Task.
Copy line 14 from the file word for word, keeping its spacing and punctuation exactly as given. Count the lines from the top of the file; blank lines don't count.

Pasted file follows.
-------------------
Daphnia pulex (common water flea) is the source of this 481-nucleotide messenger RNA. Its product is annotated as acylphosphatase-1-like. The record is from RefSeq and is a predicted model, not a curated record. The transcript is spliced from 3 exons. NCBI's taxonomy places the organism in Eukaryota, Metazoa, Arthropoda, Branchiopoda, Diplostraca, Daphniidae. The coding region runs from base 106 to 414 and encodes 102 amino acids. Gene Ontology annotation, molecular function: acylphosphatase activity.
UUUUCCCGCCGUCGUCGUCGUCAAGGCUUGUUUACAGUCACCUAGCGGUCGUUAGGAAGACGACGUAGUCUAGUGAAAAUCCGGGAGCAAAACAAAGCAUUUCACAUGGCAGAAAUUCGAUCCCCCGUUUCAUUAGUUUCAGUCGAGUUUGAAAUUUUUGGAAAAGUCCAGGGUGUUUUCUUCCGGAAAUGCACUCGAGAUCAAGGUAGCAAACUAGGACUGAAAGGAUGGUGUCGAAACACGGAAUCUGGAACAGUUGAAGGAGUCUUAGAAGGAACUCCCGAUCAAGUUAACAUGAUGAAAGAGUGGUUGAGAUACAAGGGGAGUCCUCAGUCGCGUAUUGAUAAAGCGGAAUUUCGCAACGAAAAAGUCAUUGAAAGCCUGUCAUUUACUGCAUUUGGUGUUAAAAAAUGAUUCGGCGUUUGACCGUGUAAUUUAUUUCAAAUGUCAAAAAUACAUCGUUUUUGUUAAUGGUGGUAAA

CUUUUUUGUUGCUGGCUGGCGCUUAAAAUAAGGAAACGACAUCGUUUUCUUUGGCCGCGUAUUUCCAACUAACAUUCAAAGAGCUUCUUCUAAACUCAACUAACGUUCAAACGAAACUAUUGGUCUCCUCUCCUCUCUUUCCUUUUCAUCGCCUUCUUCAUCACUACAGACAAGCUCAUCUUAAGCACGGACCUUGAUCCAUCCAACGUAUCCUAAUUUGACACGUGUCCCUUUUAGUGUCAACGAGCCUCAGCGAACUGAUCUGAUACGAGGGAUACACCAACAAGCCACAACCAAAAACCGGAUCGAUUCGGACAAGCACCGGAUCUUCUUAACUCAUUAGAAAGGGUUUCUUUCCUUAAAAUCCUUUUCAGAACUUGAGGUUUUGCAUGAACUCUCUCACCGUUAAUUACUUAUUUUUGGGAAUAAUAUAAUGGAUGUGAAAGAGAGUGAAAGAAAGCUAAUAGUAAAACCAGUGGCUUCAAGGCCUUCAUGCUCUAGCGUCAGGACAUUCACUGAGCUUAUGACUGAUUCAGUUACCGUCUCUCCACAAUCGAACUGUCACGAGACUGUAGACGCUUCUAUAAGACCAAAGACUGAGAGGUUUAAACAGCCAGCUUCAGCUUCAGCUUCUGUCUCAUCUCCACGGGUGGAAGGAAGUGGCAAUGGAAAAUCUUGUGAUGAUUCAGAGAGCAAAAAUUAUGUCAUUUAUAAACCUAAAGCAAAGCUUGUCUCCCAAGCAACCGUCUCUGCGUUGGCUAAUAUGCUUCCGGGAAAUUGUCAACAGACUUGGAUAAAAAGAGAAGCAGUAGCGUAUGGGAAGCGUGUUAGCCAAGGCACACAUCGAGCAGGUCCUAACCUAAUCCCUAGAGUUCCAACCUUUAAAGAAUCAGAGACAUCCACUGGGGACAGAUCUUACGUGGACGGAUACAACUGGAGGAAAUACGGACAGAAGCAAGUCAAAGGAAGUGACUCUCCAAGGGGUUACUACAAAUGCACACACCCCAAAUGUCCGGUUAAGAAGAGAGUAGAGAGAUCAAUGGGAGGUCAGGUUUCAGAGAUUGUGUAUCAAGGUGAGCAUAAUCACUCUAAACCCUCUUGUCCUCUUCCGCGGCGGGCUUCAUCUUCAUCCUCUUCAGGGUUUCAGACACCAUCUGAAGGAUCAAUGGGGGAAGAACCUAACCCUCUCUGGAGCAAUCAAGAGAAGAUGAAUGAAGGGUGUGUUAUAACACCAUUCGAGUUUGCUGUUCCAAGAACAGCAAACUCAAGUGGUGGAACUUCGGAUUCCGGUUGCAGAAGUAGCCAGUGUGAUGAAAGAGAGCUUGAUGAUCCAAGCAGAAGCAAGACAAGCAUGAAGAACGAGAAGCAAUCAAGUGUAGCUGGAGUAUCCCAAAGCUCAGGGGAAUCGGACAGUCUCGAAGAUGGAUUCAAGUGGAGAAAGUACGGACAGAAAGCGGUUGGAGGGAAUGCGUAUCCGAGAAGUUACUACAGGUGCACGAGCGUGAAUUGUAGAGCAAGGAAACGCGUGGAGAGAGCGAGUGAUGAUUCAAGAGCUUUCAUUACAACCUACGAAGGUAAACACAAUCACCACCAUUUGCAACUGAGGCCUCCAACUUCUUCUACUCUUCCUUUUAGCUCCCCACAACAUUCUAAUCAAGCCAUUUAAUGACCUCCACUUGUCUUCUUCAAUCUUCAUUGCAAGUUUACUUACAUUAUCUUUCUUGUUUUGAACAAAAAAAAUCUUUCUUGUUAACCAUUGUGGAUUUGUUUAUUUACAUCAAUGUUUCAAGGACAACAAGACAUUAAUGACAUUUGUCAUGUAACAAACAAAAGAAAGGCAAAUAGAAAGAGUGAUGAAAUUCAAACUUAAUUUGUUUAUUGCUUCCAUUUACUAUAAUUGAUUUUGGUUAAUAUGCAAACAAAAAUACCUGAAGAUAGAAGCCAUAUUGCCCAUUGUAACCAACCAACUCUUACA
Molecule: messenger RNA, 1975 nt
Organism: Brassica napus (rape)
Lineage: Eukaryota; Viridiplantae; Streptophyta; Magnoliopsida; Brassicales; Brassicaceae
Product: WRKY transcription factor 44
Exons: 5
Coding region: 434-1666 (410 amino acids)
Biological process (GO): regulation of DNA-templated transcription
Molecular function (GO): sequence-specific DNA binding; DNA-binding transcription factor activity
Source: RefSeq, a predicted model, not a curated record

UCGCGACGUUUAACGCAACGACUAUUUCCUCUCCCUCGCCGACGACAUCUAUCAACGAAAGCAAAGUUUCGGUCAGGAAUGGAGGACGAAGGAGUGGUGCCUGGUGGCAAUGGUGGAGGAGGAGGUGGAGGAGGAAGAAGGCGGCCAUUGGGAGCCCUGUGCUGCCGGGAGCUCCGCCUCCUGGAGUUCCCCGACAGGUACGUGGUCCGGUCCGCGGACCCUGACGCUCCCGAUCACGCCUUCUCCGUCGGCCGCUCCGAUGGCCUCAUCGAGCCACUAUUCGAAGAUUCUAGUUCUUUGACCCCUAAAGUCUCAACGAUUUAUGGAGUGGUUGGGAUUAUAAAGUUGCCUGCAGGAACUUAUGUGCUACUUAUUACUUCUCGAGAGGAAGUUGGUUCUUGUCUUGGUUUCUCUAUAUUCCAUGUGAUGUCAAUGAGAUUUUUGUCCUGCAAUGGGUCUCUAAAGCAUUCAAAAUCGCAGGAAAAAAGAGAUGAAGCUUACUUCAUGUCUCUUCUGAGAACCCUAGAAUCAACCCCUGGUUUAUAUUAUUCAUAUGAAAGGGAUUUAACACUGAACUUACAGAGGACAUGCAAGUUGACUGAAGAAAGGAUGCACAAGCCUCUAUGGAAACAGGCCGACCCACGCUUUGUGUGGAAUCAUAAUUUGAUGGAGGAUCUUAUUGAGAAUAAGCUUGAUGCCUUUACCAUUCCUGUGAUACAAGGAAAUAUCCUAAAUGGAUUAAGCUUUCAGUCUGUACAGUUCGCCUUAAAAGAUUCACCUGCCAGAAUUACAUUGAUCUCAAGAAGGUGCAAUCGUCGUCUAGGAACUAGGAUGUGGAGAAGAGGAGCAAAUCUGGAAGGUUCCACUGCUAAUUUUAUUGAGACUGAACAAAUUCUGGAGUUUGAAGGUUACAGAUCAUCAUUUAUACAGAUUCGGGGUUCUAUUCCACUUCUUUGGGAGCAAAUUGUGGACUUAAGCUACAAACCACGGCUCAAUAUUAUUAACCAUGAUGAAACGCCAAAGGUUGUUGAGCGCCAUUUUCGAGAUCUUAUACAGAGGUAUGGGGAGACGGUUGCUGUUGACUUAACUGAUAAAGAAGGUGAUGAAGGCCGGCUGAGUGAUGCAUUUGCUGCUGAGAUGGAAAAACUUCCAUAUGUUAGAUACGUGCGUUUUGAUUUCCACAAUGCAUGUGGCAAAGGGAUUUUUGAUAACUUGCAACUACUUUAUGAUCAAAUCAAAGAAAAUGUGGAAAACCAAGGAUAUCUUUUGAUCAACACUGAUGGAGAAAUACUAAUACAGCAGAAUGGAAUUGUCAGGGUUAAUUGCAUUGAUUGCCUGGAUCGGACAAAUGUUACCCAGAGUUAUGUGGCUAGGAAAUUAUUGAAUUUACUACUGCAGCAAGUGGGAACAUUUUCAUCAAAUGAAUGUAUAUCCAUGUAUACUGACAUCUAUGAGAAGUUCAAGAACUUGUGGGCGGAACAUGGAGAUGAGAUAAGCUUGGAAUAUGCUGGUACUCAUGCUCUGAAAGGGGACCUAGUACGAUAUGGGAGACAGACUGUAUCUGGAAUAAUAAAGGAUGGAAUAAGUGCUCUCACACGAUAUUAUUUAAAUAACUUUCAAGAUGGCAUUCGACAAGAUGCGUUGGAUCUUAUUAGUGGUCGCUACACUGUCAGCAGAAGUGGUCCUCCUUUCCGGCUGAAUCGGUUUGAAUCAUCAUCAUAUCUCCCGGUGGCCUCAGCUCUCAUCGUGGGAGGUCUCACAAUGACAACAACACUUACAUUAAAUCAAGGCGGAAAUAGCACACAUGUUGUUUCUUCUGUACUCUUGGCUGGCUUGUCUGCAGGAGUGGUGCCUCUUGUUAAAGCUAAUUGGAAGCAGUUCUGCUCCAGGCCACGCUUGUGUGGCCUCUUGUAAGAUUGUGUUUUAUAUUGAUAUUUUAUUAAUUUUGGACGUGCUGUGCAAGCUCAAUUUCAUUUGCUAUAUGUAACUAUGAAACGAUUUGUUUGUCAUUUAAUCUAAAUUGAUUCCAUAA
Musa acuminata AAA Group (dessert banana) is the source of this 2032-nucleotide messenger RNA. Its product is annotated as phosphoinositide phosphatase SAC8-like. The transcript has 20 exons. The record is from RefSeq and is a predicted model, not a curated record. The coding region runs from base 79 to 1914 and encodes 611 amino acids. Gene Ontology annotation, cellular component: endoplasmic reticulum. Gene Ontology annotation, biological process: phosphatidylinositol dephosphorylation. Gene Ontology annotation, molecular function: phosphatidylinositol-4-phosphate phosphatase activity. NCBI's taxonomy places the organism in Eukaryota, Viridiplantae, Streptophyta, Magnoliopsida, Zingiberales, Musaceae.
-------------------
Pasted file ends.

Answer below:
Musa acuminata AAA Group (dessert banana) is the source of this 2032-nucleotide messenger RNA. Its product is annotated as phosphoinositide phosphatase SAC8-like. The transcript has 20 exons. The record is from RefSeq and is a predicted model, not a curated record. The coding region runs from base 79 to 1914 and encodes 611 amino acids. Gene Ontology annotation, cellular component: endoplasmic reticulum. Gene Ontology annotation, biological process: phosphatidylinositol dephosphorylation. Gene Ontology annotation, molecular function: phosphatidylinositol-4-phosphate phosphatase activity. NCBI's taxonomy places the organism in Eukaryota, Viridiplantae, Streptophyta, Magnoliopsida, Zingiberales, Musaceae.